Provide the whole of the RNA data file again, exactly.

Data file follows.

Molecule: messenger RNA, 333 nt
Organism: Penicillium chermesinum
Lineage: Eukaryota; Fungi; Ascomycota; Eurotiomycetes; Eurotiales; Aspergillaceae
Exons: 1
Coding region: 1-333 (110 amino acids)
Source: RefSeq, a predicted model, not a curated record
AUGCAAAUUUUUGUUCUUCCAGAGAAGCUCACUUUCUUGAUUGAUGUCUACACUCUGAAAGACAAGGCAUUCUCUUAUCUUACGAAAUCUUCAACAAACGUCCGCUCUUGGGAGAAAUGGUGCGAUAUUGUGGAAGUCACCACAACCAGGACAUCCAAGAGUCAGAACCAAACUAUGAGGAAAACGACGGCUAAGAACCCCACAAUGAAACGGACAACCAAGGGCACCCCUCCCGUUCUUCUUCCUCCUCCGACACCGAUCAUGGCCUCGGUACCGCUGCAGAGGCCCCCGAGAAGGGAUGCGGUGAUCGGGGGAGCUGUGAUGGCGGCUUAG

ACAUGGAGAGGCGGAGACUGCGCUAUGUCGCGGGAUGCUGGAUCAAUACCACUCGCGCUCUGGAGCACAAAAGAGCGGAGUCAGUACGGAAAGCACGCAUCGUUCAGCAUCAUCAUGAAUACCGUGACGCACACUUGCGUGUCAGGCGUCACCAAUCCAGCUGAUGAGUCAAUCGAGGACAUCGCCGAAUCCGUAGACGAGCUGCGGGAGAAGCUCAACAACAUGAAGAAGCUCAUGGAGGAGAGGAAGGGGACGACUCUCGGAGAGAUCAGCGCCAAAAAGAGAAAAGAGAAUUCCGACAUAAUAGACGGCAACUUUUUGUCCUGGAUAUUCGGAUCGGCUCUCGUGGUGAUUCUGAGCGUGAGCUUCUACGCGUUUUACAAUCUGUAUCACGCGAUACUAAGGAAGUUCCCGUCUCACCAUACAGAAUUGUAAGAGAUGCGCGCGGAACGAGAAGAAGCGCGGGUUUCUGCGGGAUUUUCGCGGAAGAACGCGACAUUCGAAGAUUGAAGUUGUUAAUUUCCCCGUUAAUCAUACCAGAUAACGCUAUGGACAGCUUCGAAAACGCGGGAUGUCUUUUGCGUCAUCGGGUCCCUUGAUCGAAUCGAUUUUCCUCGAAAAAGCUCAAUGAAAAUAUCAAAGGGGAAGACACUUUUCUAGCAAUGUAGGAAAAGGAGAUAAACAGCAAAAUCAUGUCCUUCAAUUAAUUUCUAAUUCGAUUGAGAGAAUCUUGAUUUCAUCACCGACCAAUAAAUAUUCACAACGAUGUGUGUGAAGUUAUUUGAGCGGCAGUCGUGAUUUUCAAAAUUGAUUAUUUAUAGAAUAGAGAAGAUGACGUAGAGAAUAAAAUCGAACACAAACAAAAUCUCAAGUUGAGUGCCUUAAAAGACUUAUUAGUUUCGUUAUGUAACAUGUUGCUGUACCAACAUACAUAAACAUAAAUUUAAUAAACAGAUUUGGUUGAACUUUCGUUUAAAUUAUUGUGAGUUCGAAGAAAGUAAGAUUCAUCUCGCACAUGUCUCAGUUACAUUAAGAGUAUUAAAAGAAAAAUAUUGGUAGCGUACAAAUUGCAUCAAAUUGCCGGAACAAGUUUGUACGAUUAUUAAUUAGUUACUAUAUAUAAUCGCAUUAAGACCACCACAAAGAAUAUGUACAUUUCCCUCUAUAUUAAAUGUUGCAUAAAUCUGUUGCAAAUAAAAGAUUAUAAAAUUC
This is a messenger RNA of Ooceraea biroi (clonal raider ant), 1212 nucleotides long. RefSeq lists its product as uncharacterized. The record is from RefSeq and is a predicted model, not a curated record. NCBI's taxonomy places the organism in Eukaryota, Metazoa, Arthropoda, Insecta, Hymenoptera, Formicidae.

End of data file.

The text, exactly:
Molecule: messenger RNA, 333 nt
Organism: Penicillium chermesinum
Lineage: Eukaryota; Fungi; Ascomycota; Eurotiomycetes; Eurotiales; Aspergillaceae
Exons: 1
Coding region: 1-333 (110 amino acids)
Source: RefSeq, a predicted model, not a curated record
AUGCAAAUUUUUGUUCUUCCAGAGAAGCUCACUUUCUUGAUUGAUGUCUACACUCUGAAAGACAAGGCAUUCUCUUAUCUUACGAAAUCUUCAACAAACGUCCGCUCUUGGGAGAAAUGGUGCGAUAUUGUGGAAGUCACCACAACCAGGACAUCCAAGAGUCAGAACCAAACUAUGAGGAAAACGACGGCUAAGAACCCCACAAUGAAACGGACAACCAAGGGCACCCCUCCCGUUCUUCUUCCUCCUCCGACACCGAUCAUGGCCUCGGUACCGCUGCAGAGGCCCCCGAGAAGGGAUGCGGUGAUCGGGGGAGCUGUGAUGGCGGCUUAG

ACAUGGAGAGGCGGAGACUGCGCUAUGUCGCGGGAUGCUGGAUCAAUACCACUCGCGCUCUGGAGCACAAAAGAGCGGAGUCAGUACGGAAAGCACGCAUCGUUCAGCAUCAUCAUGAAUACCGUGACGCACACUUGCGUGUCAGGCGUCACCAAUCCAGCUGAUGAGUCAAUCGAGGACAUCGCCGAAUCCGUAGACGAGCUGCGGGAGAAGCUCAACAACAUGAAGAAGCUCAUGGAGGAGAGGAAGGGGACGACUCUCGGAGAGAUCAGCGCCAAAAAGAGAAAAGAGAAUUCCGACAUAAUAGACGGCAACUUUUUGUCCUGGAUAUUCGGAUCGGCUCUCGUGGUGAUUCUGAGCGUGAGCUUCUACGCGUUUUACAAUCUGUAUCACGCGAUACUAAGGAAGUUCCCGUCUCACCAUACAGAAUUGUAAGAGAUGCGCGCGGAACGAGAAGAAGCGCGGGUUUCUGCGGGAUUUUCGCGGAAGAACGCGACAUUCGAAGAUUGAAGUUGUUAAUUUCCCCGUUAAUCAUACCAGAUAACGCUAUGGACAGCUUCGAAAACGCGGGAUGUCUUUUGCGUCAUCGGGUCCCUUGAUCGAAUCGAUUUUCCUCGAAAAAGCUCAAUGAAAAUAUCAAAGGGGAAGACACUUUUCUAGCAAUGUAGGAAAAGGAGAUAAACAGCAAAAUCAUGUCCUUCAAUUAAUUUCUAAUUCGAUUGAGAGAAUCUUGAUUUCAUCACCGACCAAUAAAUAUUCACAACGAUGUGUGUGAAGUUAUUUGAGCGGCAGUCGUGAUUUUCAAAAUUGAUUAUUUAUAGAAUAGAGAAGAUGACGUAGAGAAUAAAAUCGAACACAAACAAAAUCUCAAGUUGAGUGCCUUAAAAGACUUAUUAGUUUCGUUAUGUAACAUGUUGCUGUACCAACAUACAUAAACAUAAAUUUAAUAAACAGAUUUGGUUGAACUUUCGUUUAAAUUAUUGUGAGUUCGAAGAAAGUAAGAUUCAUCUCGCACAUGUCUCAGUUACAUUAAGAGUAUUAAAAGAAAAAUAUUGGUAGCGUACAAAUUGCAUCAAAUUGCCGGAACAAGUUUGUACGAUUAUUAAUUAGUUACUAUAUAUAAUCGCAUUAAGACCACCACAAAGAAUAUGUACAUUUCCCUCUAUAUUAAAUGUUGCAUAAAUCUGUUGCAAAUAAAAGAUUAUAAAAUUC
This is a messenger RNA of Ooceraea biroi (clonal raider ant), 1212 nucleotides long. RefSeq lists its product as uncharacterized. The record is from RefSeq and is a predicted model, not a curated record. NCBI's taxonomy places the organism in Eukaryota, Metazoa, Arthropoda, Insecta, Hymenoptera, Formicidae.